OSHA’s rulemaking procedure under scrutiny
Teenage health care worker regulation change prompted calls for review
The U.S. Department of Labor is investigating whether the U.S. Department of Labor under the Trump administration is following proper procedures when making regulatory changes to worker safety regulations.
In a letter to Congressional Democrats, who’d requested an audit of the DOL’s rulemaking process, DOL Inspector General Scott S. Dahl said a review of the “integrity of the rulemaking process” at OSHA was already underway.
The request by Sen. Elizabeth Warren (D-Mass.), and Representatives Robert C. Scott (D-Va.), Mark Takano (D-Cal.) and Rosa DeLauro (D-Conn.) had specifically asked if the DOL had “deviated from agency regulatory and data quality requirements when it issued a Notice of Proposed Rulemaking to remove operation from power-driven patient lifts from the list of prohibited activities for 16- and 17-year-old workers.”
The proposal was criticized by the American Industrial Hygiene Association (AIHA), which said the DOL had failed to provide evidence showing that allowing teenagers to operate the devices would not unnecessarily endanger them. “It would be irresponsible to place young workers at greater risk in an industry with one of the highest rates of injuries based upon a handful of letters and tangential anecdotes,” said the AIHA in a statement.
Dahl told the lawmakers his office had already “identified the need for a broader review of the rulemaking process at DOL.”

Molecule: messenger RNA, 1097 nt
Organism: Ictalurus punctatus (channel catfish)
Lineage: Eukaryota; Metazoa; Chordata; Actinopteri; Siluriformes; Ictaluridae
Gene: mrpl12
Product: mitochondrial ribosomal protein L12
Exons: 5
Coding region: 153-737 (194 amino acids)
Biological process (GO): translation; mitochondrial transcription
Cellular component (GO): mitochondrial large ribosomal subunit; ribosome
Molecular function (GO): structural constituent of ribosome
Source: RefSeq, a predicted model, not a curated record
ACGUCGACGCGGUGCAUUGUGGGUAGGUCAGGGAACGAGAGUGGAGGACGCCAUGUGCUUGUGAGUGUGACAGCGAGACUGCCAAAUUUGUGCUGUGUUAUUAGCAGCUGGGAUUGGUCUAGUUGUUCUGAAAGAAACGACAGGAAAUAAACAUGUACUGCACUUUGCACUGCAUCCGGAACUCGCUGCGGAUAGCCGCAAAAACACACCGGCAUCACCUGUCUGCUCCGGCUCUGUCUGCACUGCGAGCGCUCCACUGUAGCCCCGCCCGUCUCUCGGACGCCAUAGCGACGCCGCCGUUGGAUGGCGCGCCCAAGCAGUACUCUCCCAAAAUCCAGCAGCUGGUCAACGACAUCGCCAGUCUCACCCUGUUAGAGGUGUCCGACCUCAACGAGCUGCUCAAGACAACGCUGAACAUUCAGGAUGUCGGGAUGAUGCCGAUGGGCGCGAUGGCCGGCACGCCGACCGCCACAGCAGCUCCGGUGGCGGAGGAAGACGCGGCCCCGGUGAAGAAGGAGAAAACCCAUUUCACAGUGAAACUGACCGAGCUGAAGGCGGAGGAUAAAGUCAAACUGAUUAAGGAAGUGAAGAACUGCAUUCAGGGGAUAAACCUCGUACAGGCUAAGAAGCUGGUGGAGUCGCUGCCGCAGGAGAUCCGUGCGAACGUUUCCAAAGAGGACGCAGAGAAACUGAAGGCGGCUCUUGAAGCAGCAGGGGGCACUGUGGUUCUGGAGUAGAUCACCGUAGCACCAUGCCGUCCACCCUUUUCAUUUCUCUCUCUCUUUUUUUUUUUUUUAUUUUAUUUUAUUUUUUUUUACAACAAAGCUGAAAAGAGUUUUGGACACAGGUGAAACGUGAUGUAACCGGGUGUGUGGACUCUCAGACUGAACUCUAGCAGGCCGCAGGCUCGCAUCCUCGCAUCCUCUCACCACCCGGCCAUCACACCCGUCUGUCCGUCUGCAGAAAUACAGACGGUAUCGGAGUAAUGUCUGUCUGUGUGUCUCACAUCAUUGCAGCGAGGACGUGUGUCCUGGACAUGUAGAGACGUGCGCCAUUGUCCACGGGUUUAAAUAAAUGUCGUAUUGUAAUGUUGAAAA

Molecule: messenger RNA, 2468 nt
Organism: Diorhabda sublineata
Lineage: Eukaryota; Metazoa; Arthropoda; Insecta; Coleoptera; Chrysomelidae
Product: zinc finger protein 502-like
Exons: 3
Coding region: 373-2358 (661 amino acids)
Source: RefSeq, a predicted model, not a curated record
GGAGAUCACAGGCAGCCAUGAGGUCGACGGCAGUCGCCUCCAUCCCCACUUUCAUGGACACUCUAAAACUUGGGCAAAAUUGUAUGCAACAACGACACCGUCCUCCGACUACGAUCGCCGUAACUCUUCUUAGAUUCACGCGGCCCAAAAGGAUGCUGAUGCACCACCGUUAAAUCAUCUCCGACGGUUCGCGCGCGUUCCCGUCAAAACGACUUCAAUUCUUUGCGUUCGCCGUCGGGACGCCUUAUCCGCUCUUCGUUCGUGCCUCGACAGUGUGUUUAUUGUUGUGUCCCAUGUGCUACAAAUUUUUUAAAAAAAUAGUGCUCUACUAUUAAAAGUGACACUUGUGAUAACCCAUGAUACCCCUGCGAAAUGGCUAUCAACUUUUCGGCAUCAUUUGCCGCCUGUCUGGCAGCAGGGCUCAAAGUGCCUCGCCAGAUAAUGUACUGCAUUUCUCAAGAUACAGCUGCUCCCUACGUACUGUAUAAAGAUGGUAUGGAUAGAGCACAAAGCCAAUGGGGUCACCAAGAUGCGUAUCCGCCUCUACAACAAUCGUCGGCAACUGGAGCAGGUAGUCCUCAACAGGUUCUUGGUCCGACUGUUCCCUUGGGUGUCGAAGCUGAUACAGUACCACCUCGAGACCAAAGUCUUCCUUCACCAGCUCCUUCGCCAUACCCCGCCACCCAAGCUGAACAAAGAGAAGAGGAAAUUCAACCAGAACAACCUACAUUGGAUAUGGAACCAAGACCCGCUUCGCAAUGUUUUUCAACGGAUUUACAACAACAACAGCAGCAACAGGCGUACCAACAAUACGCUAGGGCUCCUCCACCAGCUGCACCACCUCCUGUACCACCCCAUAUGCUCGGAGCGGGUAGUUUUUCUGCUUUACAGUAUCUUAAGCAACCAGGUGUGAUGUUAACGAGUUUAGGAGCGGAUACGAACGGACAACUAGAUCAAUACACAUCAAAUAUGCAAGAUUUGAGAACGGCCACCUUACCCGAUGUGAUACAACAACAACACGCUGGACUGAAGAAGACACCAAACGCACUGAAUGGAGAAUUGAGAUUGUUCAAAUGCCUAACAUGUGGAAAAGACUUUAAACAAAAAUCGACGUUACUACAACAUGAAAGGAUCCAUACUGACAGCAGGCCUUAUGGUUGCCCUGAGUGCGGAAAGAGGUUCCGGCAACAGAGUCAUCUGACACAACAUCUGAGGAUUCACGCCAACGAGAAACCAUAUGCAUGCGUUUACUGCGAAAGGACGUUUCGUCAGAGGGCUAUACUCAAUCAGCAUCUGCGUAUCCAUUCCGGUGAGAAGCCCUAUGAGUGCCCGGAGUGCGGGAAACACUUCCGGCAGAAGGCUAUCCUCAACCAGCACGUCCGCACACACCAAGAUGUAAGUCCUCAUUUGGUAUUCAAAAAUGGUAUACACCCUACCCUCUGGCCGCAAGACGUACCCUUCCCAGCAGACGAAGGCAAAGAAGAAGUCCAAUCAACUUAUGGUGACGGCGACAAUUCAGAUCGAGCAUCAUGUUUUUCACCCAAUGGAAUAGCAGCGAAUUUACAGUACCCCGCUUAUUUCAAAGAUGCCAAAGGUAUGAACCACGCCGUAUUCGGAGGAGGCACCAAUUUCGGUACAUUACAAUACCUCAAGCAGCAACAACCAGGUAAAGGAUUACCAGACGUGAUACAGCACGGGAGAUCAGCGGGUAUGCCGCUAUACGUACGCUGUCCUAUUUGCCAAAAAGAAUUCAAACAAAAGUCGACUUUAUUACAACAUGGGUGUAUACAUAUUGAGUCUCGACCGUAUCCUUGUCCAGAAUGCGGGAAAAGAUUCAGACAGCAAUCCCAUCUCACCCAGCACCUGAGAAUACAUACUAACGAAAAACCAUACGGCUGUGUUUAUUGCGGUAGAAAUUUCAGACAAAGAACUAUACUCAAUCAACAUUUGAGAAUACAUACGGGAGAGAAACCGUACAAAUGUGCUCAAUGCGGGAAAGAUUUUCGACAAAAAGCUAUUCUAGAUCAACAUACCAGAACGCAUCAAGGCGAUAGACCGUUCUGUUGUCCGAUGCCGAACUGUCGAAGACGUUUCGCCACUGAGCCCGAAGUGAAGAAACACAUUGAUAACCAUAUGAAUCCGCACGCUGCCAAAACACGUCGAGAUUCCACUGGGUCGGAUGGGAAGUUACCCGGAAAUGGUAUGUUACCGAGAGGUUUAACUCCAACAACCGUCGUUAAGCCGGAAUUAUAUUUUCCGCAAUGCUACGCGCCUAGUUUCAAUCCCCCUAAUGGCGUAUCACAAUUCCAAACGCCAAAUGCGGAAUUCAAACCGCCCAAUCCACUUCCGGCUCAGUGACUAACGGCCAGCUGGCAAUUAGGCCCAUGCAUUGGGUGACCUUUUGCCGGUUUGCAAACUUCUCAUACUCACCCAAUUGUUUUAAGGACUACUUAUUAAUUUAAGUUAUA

Among the changes enacted to worker safety regulations under the Trump administration:
In the mining industry, safety inspections previously had to take place prior to the beginning of a shift. In 2018, the Mine Safety and Health Administration said it would allow inspections after a shift had already begun.
In the food industry, the USDA upended a 2014 rule that set line speeds for poultry processing plants with an announcement that it would start a new program to allow chicken plants to increase line speeds. According to the Bureau of Labor Statistics (BLS), poultry industry workers have a workplace injury and illness rate considerably higher than the average for private industry workers.
USDA has also proposed eliminating line speed requirements at hog processing plants.
In the oil industry, a requirement put in place after the 2010 Deepwater Horizon disaster that killed 11 workers is targeted for a rollback. The reason given in the Federal Register for allowing non-government-approved third parties to conduct crucial inspections of safety equipment: the rule creates “unnecessary burdens on stakeholders.”
And last week, OSHA issued a final rule that eliminated a requirement for companies with 250 or more employees to electronically submit injury and illness information from OSHA Form 300 (Log of Work-Related Injuries and Illnesses) and OSHA Form 301. The agency cited worker privacy as the reason for the change.
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